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# EECE 3500

Communication Systems

## Topic: Quantization Process

and Pulse Code Modulation

Dr. Hong

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Introduction
• Why quantization:
• Continuous signal has a continuous range of
amplitudes. i.e., within the finite amplitude range of the
signal, we find an infinite number of amplitude levels.
• It is not necessary to transmit the exact amplitude of the
samples.
• Definition:
Quantization is the process of transforming the sample
amplitude of a message signal into a discrete amplitude
taking from a finite set of possible amplitudes.
Discrete value signal

## Sampling + quantization Digital signal 2

• Memoryless quantizer:

## (a) midtread (b) midrise. 3

• Example: Textbook page 226, Prob. 5.15 (a)

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• Example
Original message
signal

Pulse amplitude
modulated signal

Quantized samples

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Quantization Noise
• Definition:
The difference between the input sample m and output
sample v.

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Pulse Code Modulation
• Definition:
a process that represent a message signal by a sequence
of coded pulse.

## • Basic operations of PCM transmitter:

sampling + quantization + encoding
Analog-to-digital conversion

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1. Sampling: f s  2W

2. Quantization:
In telephonic communication, nonuniform quantizer is
used
why
• Protect weak passages
• Large amplitude range occur relatively infrequently
• SNR is relatively insensitive to the input level
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• -law: A-law:
 A| m| 1
log(1   | m |)  1  log A 0 | m |
| v | A
log(1   ) | v | 
1  log( A | m |) 1
 | m | 1
 1  log A A

## US, Canada, Japan,  = 255 Europe, A=87.6 9

3. Encoding:
• translate the discrete set of sample values to a more
appropriate form of signal.
• binary code (R bit, 2R quantization level)

## Ordinal number of Level number expressed Binary

representation level as sum of powers of 2 code
0 000
1 20 001
2 21 010
3 21  20 011
4 22 100
5 22  20 101
6 22  21 110
7 22  21  20 111 10
• Line codes:
electrical representations of binary data

(c) Unipolar RZ

(d) Bipolar RZ

## (e) Manchester code.

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• Example (continued from page 5):

Quantized samples

Tb

Unipolar
A 3-bit PCM
NRZ
signaling t
0 2 3 4 5 6 7 8 T
1
Binary data 010 011 110 111 101 100 001
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• Example:
A signal with 5 kHz maximum frequency is transmitted
using PCM with eight levels of quantization and binary
code. What is the minimum bit rate required?

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• Signal-to-Quantization-Noise ratio:
• The use of quantization always introduce error (noise)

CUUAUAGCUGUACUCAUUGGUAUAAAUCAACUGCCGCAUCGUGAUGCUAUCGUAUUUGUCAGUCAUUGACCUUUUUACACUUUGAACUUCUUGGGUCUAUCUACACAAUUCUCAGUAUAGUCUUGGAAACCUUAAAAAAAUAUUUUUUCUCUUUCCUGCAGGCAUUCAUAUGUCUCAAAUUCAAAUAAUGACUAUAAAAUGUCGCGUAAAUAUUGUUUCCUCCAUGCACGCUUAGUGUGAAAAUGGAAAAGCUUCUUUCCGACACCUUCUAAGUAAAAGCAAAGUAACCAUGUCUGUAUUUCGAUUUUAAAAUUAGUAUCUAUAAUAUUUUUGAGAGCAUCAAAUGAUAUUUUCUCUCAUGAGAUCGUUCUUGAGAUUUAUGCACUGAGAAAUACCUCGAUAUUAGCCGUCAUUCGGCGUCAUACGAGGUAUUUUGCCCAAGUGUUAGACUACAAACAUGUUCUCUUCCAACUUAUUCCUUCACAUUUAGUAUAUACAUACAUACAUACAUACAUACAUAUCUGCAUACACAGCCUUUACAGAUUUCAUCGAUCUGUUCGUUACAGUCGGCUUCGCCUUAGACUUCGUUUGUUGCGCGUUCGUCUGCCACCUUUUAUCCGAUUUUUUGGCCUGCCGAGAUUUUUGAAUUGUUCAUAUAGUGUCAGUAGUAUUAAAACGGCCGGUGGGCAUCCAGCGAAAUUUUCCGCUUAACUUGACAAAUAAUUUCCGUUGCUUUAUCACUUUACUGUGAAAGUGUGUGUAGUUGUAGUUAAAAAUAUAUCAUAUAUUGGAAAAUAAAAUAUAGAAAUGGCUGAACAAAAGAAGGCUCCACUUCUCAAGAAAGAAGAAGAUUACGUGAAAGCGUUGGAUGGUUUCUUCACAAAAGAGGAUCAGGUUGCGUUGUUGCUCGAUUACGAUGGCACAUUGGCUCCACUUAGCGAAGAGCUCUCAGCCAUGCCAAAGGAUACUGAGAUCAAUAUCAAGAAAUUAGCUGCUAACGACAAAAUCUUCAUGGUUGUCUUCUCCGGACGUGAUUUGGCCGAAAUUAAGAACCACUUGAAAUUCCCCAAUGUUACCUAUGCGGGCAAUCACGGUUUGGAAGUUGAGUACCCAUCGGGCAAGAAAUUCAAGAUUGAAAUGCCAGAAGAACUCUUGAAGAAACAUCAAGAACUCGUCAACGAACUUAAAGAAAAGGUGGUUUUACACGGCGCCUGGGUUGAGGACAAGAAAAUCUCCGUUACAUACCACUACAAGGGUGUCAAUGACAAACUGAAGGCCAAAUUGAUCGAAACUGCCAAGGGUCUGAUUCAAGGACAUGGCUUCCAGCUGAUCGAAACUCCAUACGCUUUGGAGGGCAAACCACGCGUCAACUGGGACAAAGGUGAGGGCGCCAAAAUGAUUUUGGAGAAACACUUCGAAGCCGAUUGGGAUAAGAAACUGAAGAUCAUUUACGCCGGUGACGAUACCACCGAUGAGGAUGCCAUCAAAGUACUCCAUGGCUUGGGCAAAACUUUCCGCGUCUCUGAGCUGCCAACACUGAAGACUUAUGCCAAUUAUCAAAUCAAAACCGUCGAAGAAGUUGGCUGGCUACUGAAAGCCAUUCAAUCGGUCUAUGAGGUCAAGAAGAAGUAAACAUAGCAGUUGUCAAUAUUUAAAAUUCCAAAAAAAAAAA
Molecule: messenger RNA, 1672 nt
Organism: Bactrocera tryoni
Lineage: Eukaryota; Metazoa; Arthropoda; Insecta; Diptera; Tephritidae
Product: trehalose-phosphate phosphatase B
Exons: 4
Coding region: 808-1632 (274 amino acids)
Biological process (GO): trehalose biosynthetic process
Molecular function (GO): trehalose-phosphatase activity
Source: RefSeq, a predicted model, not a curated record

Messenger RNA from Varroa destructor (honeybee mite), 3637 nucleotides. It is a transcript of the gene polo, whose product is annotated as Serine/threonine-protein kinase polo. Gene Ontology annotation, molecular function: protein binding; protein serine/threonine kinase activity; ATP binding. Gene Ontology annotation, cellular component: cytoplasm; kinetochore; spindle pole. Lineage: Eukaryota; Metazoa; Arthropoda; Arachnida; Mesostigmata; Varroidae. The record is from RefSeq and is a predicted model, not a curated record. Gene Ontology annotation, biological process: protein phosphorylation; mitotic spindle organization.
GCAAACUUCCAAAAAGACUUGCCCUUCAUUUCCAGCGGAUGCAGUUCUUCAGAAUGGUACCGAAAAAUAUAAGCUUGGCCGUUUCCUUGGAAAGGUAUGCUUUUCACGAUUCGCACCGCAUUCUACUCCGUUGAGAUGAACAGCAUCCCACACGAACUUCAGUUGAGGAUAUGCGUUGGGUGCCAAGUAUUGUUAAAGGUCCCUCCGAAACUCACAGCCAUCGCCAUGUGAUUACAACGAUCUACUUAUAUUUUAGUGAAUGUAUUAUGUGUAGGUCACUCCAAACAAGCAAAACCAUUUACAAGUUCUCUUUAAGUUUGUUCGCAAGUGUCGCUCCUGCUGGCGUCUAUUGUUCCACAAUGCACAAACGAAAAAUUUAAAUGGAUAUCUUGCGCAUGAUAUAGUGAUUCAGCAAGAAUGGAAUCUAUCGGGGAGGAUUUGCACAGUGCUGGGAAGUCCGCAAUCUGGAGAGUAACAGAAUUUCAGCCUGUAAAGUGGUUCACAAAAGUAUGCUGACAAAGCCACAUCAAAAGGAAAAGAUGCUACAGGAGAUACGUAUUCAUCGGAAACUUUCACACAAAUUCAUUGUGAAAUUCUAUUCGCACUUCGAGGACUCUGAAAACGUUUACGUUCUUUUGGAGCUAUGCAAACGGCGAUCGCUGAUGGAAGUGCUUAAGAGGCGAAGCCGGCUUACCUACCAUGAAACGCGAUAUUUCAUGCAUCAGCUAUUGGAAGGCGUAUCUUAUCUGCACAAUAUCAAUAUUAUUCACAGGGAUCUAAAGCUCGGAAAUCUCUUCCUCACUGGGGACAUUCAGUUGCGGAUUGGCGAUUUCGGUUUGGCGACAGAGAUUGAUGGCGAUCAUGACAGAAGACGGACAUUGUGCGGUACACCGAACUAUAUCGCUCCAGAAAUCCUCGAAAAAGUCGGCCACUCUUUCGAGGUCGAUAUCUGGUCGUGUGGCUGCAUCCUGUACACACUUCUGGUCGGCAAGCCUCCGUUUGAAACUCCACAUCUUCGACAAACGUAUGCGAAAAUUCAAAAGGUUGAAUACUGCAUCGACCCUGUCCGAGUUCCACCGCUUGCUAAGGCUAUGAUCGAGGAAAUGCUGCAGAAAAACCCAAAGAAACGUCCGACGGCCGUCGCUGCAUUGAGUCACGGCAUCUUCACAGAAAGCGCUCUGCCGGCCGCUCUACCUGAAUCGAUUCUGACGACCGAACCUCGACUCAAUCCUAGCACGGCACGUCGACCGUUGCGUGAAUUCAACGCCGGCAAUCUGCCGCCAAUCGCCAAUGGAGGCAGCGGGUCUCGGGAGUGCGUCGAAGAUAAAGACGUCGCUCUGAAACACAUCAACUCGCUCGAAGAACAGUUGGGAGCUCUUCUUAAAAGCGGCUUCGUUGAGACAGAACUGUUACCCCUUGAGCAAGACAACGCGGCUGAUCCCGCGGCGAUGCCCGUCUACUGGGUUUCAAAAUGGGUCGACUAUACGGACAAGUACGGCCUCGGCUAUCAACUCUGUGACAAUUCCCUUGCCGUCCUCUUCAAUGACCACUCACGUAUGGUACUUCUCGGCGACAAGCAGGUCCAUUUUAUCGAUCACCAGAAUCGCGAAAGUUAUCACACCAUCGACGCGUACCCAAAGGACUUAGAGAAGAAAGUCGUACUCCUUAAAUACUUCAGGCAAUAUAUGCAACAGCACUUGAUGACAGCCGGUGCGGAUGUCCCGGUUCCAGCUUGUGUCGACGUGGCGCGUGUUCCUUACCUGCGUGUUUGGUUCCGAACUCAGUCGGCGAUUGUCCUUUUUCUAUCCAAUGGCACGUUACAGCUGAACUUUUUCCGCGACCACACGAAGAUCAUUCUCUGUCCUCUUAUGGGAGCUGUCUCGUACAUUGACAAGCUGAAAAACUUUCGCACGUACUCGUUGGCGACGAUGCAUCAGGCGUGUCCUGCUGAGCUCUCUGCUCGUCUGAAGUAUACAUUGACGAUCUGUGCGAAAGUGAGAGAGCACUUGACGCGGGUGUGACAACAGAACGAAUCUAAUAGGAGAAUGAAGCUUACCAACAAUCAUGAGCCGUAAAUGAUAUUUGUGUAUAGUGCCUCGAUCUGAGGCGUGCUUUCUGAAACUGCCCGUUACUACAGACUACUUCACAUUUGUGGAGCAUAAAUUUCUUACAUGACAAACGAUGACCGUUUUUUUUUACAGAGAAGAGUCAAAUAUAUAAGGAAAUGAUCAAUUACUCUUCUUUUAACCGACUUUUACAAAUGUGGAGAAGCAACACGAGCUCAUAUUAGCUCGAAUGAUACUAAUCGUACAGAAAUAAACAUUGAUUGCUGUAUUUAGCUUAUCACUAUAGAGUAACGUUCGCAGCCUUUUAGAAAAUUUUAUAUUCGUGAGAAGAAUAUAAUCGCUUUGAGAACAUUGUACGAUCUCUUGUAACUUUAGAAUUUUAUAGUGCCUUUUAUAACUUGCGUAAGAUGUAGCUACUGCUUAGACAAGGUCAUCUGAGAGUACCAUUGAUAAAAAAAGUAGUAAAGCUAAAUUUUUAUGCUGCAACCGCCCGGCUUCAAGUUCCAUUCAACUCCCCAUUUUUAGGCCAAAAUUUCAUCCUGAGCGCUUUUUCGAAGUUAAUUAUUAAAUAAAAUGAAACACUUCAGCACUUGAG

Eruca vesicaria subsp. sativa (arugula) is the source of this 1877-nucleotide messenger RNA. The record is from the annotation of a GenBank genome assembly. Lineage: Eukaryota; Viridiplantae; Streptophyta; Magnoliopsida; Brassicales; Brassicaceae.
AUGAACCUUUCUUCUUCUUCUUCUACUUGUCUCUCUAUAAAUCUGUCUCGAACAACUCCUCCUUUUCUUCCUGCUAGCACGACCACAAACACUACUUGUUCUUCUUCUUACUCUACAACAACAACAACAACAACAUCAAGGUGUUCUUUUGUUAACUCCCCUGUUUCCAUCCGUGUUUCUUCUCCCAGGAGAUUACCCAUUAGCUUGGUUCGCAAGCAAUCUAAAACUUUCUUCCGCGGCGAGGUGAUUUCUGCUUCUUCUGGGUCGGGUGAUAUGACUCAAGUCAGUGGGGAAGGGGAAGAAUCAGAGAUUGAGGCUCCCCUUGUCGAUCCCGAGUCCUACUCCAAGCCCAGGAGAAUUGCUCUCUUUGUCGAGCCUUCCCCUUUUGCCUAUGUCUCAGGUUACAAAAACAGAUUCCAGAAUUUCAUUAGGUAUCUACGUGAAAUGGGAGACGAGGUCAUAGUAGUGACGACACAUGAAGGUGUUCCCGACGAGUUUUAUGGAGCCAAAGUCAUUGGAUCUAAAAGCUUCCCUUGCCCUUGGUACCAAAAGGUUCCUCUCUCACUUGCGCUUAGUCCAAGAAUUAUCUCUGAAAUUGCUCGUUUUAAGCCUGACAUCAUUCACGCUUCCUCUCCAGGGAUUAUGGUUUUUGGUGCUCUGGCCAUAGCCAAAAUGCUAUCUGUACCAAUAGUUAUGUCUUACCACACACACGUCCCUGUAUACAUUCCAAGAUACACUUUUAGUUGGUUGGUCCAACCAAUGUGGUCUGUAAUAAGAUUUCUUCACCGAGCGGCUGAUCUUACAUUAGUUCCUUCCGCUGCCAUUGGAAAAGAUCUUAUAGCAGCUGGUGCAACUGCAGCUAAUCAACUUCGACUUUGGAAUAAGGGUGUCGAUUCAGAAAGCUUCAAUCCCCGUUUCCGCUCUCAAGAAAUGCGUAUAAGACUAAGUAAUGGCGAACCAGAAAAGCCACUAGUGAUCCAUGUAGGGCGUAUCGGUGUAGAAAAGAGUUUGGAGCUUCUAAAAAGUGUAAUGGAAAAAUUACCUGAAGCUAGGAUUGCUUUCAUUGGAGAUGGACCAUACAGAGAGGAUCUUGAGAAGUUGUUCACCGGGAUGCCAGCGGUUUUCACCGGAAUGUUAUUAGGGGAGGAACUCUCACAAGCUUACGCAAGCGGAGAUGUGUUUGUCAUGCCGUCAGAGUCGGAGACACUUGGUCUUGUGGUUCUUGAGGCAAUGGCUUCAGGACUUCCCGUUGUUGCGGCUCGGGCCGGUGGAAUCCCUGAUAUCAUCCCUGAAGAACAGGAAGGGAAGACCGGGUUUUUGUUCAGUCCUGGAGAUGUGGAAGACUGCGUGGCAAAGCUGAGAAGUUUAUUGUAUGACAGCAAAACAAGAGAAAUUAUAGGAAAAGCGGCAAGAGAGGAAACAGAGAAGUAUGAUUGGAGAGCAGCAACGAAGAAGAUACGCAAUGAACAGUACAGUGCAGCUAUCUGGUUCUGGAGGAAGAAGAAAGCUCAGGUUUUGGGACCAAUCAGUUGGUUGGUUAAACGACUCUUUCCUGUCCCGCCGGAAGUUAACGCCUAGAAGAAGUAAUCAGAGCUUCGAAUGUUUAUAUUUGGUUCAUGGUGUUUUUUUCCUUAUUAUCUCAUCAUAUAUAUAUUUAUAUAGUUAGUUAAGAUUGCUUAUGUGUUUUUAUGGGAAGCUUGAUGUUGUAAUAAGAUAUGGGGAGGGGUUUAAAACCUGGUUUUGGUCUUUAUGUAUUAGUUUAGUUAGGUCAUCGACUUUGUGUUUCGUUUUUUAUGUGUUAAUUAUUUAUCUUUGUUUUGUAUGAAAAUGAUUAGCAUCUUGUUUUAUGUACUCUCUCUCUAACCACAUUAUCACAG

• Quantization noise = The difference between the input
sample m and output sample v.

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Consider a PCM system with R bits per sample in the
construction of the binary code, then the number of
quantization representation levels is
L  2R

## Consider an input m of continuous amplitude in the range

(-mmax, mmax). Also assume a uniform quantizer of the
midrise is used, the average quantization noise power is
1 2
  mmax  22 R
2
Q
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Let P denote the average power of the message signal

P 3P 2 R
( SQNR)   2
 Q2 2
mmax

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• Example:
Consider the special case of a full–load sinusoidal
modulating signal of amplitude Am, which utilizes all the
representation levels provided. Find the signal-to-
quantization-noise ratio.

3 2R
( SQNR)  2
2
Expressing in decibels,

## 10 log10 (SQNR)  1.8  6R

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• Example:
Consider the an audio signal comprised of the
sinusoidal term.
s(t )  3 cos 500 t

## (a) Find the SQNR when the audio signal is quantized

using 10-bit PCM.
(b) How many bits of quantization are needed to
achieve a SQNR of at least 40 dB?

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• Basic operation of PCM receiver:

## Regeneration + decoder + reconstruction filter

1. Regeneration circuit:

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2. Decoder:
• regroup the clean pulses into code words and map
back into a quantized PAM signal
• Generate a pulse with amplitude that is the linear
sum of all the pulses in the code word, with each
pulse being weighted by its place value (20, 21, …,
2R-1) in the code.

## 3. Reconstruction filter (low pass filter):

Higher order interpolation Zero order hold

## First order hold

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1.Robustness to channel noise and interference
2.Efficient regeneration of the coded signal along the
transmission path

Digital system

Analog system

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3. Efficient exchange of increased channel bandwidth for
improved signal-to-noise ratio
4. A uniform format for the transmission of different kinds
of basedband signal, hence their integration with
other form of digital data in a common network
5. Comparative ease with which message sources may
be dropped or reinserted in a time-division multiplex
system
6. Secure communication through the use of special
modulation schemes or encryption